ST SIMONS ISLAND, GEORGIA – NOVEMBER 18: Charles Howell III of the United States reacts after missing a putt on the 18th hole during the final round of the RSM Classic at the Sea Island Golf Club Seaside Course on November 18, 2018 in St. Simons Island, Georgia. (Photo by Streeter Lecka/Getty Images)
Golf is a maddening game. Amateur golfers know that all too well. But flipping on the television every week to watch the best on the planet play the game, it’s hard to remember that even the best players often feel the same way.
Charles Howell III, once golf’s next can’t-miss prospect that never fulfilled the lofty expectations that were once set upon him, captured his first win in 11 years at the RSM Classic at Sea Island over the weekend. My colleague Dylan Dethier recapped Howell’s outpouring of emotion following his long-awaited return to the winner’s circle, but there was one part of his victory interview that especially stuck out to me: Howell talking about what he loves — and hates — about golf.
What He Loves About Golf
“I love most about [golf] because it’s all on you, it’s all on the player. Golf is never about one competitor versus another and it never will be. It’s against the player versus himself and versus the golf course. At no point today or whatever was I thinking it’s me against Cameron or it’s me against Webb or whatever. It’s just you against you, and as crazy as that sounds, it’s the way that it is.”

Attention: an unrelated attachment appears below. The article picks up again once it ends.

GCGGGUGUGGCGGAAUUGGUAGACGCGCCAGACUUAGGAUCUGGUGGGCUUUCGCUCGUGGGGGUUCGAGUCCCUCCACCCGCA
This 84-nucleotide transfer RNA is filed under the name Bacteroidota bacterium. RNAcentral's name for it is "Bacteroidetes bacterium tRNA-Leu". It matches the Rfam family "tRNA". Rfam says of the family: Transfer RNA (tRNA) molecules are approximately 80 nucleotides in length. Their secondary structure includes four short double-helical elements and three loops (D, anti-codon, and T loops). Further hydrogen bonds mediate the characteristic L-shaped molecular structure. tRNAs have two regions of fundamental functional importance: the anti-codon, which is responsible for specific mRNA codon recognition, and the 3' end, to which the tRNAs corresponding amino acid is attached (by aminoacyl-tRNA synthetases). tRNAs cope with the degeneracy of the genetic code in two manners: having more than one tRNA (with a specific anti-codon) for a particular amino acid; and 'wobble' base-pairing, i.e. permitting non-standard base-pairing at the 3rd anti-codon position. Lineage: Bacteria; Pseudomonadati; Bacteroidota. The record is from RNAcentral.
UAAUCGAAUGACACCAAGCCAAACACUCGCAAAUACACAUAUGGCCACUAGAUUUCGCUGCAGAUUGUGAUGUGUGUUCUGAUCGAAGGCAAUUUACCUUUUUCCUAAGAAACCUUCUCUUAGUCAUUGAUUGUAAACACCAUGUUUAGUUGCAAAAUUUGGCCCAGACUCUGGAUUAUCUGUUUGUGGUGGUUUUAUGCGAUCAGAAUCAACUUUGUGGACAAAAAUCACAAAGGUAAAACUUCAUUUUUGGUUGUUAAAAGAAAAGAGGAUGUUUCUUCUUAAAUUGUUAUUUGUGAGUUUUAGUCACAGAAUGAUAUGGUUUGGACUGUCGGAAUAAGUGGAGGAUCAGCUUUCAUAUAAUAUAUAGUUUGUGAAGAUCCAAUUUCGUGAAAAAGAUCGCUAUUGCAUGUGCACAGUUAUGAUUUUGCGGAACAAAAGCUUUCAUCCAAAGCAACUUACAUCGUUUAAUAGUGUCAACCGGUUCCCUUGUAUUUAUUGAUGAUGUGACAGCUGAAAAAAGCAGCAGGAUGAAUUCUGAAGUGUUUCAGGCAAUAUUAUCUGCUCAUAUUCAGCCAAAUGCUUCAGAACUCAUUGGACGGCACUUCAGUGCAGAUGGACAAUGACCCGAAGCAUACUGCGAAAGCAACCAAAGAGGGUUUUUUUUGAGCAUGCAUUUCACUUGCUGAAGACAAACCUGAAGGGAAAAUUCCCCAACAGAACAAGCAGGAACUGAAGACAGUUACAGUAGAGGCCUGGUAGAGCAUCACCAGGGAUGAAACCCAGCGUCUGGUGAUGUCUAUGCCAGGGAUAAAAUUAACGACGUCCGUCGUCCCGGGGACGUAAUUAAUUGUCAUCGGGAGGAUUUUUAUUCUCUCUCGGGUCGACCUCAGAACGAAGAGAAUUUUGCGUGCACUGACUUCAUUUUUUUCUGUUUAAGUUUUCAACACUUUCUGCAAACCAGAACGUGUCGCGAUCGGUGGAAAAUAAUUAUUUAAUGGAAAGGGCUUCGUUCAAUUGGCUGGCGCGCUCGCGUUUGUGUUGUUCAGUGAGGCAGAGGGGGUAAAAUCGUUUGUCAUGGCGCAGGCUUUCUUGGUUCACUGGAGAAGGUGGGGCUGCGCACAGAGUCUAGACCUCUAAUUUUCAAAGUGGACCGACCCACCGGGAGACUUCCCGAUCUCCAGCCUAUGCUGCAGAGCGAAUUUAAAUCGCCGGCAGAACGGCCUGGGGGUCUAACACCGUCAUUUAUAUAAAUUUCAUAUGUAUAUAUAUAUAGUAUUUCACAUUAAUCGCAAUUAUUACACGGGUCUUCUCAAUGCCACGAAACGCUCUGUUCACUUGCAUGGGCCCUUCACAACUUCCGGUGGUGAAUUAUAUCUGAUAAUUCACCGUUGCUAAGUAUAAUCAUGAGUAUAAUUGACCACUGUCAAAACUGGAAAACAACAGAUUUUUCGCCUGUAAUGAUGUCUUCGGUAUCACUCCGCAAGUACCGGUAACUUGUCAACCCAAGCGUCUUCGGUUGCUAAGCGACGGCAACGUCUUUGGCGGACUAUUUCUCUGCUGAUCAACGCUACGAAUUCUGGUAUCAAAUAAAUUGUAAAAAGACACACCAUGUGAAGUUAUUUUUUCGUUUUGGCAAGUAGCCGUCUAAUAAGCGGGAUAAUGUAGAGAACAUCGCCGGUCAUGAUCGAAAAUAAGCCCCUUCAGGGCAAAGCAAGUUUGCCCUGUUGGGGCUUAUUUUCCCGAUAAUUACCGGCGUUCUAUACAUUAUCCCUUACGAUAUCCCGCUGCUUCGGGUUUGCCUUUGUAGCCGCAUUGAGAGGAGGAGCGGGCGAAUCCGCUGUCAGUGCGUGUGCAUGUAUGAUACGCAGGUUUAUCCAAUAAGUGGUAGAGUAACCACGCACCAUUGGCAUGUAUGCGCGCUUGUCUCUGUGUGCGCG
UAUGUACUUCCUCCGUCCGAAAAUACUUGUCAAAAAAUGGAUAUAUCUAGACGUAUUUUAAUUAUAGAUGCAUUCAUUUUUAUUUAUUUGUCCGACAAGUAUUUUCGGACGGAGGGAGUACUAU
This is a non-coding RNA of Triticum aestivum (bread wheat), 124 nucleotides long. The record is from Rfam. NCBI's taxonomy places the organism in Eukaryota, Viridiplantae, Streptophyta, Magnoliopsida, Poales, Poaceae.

What He Hates About Golf
“What I hate about it is that you can work and work and work and get absolutely no results from that, and I know that there’s a lot of industries and a lot of areas where that also applies, but golf for certain. You can speak to any Tour player out here past or current and I think they would tell you the same thing, that you can go down a rabbit hole and work and work and work and literally on the back end nothing come out of it, and I think that’s the hardest part to swallow.”
Howell’s quotes are so refreshing — and so true. They offer the kind of perspective we don’t always hear from golfers at the top end of the game. And more than anything else, they’re the kind of comments that can apply to golfers everywhere, regardless of skill level. Next time you’re playing poorly, don’t blame your clubs, or the course, or anybody around you. Embrace what Howell loves most about golf: That it’s all on you.